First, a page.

Given the prescribed novels, the principles of choice of contents of this ‘Course Reader’ also need a few words of explanation. The main point was to make available to Open University students supporting material, of interest in itself, which would also be referred to and discussed in the teaching material provided for the Course. In deciding what these supporting essays should be we were influenced by a number of considerations of which the need for variety and the limitations of our students’ time were perhaps the most important. Just to pick out the critical essay on each novel which the particular teacher considered the best wasn’t either enough of a principle or quite the right one: for it might have involved too much repetition of similar critical approaches and too little contrast with that of the teacher concerned. There was also involved (I think it may be confessed) a certain reluctance to submit our Open students to an unrelieved diet of standard ‘Eng. Lit.’ assumptions and vocabulary.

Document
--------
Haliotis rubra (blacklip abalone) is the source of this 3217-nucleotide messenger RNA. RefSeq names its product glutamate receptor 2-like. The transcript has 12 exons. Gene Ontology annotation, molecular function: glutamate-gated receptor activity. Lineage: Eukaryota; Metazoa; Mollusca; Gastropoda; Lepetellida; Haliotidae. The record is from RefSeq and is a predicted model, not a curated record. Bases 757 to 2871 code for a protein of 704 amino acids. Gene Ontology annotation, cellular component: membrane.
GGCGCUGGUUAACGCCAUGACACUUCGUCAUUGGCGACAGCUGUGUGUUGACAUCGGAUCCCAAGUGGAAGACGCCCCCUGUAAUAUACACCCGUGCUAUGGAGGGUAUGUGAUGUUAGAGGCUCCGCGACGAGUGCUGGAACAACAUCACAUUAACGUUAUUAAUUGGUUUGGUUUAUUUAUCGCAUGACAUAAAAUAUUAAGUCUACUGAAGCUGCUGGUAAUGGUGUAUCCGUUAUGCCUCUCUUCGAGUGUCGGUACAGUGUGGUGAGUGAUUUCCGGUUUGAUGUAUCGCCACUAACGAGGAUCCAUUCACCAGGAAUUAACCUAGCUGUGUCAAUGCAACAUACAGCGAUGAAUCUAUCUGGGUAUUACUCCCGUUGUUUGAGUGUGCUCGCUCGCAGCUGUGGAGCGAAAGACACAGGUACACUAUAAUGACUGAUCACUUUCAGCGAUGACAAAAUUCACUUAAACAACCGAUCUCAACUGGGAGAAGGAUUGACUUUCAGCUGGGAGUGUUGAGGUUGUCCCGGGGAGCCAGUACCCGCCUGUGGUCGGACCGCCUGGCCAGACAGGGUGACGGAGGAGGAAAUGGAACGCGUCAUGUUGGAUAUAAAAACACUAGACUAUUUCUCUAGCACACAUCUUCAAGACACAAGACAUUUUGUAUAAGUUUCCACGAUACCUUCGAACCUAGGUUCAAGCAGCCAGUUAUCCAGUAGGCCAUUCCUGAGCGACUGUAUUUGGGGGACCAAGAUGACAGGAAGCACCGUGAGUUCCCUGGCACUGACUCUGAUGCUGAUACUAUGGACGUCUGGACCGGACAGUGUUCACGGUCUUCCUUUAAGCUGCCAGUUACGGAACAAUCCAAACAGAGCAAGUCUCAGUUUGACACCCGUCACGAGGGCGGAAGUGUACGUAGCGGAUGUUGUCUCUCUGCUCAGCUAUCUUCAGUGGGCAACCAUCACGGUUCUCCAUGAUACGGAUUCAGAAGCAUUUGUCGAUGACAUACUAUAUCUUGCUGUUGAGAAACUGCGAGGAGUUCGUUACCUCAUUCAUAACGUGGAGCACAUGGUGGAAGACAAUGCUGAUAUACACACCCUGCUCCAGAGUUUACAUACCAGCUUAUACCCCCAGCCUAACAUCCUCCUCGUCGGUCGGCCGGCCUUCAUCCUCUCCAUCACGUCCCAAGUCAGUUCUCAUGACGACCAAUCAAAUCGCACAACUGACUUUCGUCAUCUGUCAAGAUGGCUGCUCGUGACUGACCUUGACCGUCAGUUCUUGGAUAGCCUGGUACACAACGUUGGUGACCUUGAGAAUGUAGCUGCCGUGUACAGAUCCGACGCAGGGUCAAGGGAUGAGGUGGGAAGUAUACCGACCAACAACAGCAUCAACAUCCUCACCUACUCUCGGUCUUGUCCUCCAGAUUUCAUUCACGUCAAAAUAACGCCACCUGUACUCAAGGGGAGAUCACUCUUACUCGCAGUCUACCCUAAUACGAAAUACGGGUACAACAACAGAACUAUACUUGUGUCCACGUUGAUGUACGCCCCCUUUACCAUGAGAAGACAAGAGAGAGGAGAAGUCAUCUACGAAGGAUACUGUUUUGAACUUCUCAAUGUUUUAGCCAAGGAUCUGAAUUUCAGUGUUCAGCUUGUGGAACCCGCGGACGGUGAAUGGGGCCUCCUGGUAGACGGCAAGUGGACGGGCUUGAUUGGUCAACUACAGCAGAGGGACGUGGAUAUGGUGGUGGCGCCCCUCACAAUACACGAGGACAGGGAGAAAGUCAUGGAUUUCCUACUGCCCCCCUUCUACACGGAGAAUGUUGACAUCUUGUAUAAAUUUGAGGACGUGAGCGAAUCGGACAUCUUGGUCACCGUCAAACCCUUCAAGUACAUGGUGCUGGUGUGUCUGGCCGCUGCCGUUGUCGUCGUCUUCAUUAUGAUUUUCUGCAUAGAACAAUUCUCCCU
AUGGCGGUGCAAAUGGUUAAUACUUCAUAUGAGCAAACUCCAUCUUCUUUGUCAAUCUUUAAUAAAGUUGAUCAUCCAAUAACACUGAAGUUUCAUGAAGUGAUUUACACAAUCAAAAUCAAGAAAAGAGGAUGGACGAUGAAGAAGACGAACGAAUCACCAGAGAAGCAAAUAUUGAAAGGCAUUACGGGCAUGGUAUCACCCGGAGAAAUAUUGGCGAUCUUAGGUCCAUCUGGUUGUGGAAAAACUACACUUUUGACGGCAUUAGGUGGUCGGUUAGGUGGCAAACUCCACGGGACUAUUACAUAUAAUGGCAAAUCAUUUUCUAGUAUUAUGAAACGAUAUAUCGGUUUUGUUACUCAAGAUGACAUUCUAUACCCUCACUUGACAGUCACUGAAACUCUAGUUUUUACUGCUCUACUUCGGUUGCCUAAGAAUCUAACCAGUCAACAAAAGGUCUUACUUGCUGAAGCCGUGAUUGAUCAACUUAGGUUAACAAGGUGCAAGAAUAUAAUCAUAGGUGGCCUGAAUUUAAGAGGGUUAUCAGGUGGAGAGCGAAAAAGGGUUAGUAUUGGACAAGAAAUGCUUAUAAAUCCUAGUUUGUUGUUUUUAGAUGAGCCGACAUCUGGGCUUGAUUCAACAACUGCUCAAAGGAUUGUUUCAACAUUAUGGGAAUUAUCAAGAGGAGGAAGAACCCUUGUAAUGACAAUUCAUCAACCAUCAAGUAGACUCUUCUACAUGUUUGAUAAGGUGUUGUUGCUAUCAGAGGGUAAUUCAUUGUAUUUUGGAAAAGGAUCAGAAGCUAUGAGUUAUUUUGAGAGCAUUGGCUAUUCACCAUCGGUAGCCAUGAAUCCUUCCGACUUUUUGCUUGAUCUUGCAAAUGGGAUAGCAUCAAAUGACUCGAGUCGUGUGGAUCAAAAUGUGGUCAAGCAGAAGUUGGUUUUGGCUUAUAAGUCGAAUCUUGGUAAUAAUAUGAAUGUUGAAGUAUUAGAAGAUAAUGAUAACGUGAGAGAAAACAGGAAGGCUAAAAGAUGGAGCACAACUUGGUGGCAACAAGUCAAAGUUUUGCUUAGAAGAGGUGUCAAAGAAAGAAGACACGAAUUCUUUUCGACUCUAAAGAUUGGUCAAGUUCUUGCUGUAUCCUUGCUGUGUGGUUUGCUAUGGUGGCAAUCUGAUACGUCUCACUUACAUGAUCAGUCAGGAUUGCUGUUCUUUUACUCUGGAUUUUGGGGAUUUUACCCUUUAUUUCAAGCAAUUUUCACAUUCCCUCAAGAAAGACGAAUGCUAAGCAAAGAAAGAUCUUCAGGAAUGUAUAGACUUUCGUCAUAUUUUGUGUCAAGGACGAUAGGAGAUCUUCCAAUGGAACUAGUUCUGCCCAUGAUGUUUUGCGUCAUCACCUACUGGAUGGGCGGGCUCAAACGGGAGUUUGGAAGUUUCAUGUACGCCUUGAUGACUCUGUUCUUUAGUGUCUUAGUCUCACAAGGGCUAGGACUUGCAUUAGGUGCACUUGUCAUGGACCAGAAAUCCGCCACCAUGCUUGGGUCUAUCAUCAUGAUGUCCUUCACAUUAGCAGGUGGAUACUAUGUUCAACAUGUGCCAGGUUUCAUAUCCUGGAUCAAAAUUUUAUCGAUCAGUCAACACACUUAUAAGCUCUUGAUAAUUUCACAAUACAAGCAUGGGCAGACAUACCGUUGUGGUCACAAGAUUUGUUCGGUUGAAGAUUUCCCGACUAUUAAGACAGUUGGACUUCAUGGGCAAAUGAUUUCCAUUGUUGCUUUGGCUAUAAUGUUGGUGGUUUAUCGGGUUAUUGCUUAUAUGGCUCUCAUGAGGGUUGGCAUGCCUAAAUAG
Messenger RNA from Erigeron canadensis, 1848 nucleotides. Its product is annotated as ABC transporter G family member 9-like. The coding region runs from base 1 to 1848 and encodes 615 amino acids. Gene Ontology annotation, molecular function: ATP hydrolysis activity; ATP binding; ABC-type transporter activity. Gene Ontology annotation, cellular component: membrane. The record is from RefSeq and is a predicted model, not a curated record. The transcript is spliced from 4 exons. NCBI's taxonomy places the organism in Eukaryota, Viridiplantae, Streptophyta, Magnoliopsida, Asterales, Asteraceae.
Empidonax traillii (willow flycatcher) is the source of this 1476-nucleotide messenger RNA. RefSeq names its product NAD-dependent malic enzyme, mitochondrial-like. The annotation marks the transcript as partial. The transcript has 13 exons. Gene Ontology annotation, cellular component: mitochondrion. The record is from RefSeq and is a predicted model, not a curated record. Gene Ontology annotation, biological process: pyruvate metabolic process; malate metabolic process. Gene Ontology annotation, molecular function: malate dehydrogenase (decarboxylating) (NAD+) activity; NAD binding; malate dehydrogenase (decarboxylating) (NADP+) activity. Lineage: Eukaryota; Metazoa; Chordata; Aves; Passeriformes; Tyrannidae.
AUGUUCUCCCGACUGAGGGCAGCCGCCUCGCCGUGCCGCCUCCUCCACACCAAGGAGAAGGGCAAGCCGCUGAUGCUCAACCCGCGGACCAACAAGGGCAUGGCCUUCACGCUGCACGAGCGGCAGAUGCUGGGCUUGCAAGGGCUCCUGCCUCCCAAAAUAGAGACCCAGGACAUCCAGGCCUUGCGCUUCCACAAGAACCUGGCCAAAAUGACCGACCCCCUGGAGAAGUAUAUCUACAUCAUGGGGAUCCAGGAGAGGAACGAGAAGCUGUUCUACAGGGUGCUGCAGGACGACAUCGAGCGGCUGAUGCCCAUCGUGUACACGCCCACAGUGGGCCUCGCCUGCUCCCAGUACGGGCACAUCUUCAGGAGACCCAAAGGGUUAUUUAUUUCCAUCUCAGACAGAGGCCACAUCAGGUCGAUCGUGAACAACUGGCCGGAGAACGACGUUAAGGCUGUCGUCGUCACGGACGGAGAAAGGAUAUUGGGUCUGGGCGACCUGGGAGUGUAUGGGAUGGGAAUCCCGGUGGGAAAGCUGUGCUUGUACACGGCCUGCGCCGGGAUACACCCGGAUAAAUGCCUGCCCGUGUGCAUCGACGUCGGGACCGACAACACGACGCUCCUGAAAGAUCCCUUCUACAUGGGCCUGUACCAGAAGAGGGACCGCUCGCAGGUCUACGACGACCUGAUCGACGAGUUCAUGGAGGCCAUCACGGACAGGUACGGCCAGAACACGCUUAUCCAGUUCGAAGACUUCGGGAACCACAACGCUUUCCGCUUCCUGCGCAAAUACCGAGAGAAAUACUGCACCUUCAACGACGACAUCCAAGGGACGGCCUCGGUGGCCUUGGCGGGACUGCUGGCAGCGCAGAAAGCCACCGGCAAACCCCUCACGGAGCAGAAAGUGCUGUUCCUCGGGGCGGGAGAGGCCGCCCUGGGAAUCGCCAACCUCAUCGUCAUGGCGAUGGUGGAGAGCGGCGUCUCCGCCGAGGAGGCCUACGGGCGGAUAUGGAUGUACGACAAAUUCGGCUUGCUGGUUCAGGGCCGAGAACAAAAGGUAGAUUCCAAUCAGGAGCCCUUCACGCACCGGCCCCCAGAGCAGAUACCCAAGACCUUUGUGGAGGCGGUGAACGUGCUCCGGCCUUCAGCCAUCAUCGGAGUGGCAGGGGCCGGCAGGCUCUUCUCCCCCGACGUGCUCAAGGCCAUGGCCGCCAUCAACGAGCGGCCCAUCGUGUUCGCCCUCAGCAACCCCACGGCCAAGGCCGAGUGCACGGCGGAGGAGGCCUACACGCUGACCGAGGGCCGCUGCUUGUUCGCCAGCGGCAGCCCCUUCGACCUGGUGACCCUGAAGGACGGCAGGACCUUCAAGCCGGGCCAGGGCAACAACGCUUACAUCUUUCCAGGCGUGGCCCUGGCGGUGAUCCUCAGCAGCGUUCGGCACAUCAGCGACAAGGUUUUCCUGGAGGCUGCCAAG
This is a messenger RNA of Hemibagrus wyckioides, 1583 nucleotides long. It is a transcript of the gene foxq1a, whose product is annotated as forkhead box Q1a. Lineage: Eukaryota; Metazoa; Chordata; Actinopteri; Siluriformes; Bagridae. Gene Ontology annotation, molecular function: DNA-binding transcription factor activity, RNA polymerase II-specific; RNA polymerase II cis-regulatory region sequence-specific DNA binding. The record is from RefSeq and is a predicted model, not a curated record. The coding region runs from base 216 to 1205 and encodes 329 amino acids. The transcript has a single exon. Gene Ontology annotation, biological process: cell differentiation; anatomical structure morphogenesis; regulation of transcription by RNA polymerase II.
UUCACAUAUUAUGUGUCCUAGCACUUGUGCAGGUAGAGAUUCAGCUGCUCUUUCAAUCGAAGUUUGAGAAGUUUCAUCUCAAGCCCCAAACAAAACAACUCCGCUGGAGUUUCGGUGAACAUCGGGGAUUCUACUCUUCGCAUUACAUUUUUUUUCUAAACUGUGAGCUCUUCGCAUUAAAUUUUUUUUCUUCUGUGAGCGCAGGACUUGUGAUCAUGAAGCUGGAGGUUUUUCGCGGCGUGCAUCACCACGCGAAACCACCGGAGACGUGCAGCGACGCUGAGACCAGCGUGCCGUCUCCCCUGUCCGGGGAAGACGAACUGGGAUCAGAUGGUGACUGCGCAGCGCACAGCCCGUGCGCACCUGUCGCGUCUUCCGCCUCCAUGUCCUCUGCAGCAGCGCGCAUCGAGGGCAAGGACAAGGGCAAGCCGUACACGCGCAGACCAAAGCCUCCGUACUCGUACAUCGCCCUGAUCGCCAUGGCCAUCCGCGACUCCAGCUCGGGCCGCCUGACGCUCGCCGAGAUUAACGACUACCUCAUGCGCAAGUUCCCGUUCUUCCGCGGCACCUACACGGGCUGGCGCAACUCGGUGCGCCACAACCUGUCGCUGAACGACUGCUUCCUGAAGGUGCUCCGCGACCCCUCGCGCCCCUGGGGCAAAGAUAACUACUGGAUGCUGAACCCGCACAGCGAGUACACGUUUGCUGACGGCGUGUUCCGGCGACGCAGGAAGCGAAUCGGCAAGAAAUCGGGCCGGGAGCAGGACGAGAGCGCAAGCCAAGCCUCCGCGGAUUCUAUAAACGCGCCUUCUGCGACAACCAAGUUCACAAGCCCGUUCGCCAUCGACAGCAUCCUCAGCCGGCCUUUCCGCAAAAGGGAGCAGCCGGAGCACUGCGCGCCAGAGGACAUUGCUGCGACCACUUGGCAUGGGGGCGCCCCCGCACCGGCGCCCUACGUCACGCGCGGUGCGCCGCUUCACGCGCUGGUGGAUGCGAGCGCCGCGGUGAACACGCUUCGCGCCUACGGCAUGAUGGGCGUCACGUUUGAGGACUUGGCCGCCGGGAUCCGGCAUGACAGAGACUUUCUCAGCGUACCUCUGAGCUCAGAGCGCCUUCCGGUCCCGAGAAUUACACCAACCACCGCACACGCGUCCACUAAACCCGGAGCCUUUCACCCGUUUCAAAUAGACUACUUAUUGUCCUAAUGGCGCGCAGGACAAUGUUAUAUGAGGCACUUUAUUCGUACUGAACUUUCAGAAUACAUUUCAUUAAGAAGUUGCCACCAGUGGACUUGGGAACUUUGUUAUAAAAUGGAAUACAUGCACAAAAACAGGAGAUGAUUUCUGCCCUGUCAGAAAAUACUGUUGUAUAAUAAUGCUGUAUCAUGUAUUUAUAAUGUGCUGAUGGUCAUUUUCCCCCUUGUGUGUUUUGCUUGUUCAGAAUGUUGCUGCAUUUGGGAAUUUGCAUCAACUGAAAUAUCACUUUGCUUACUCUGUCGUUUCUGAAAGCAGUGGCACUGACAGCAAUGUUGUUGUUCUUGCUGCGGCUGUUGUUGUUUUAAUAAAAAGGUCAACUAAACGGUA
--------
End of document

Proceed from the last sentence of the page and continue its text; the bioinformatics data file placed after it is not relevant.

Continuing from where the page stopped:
What in the end we settled for was the sort of arrangement the list of contents indicates. We start with a number of pieces dealing with general problems of novel-reading, not peculiar to the nineteenth century but common to everyone delving at all deeply into the nature of novels. They vary very much in approach and in difficulty. E. M. Forster’s famous piece is straightforward and, after years of the lit. crit. industry, must seem a shade old-fashioned. Its merit and purpose is to persuade people not used to thinking much about ‘the novel’, as opposed to the novel they happen to be reading, that such thought can be both enjoyable and profitable. The intellectual high-jinks of Northrop Frye’s brilliant essay on genres and categories are of quite another sort. The less experienced student may find that it involves too formidable a range of reference; though of course you don’t have to have read all the books Professor Frye mentions to get what he is driving at. He is deliberately ranging wide because he is trying to bring needed order to a vast and complex subject which most literary historians have funked and few, indeed, have the equipment or courage to tackle at all. The reader who finds Northrop Frye ‘difficult’ needn’t be afraid that he is alone or shamed.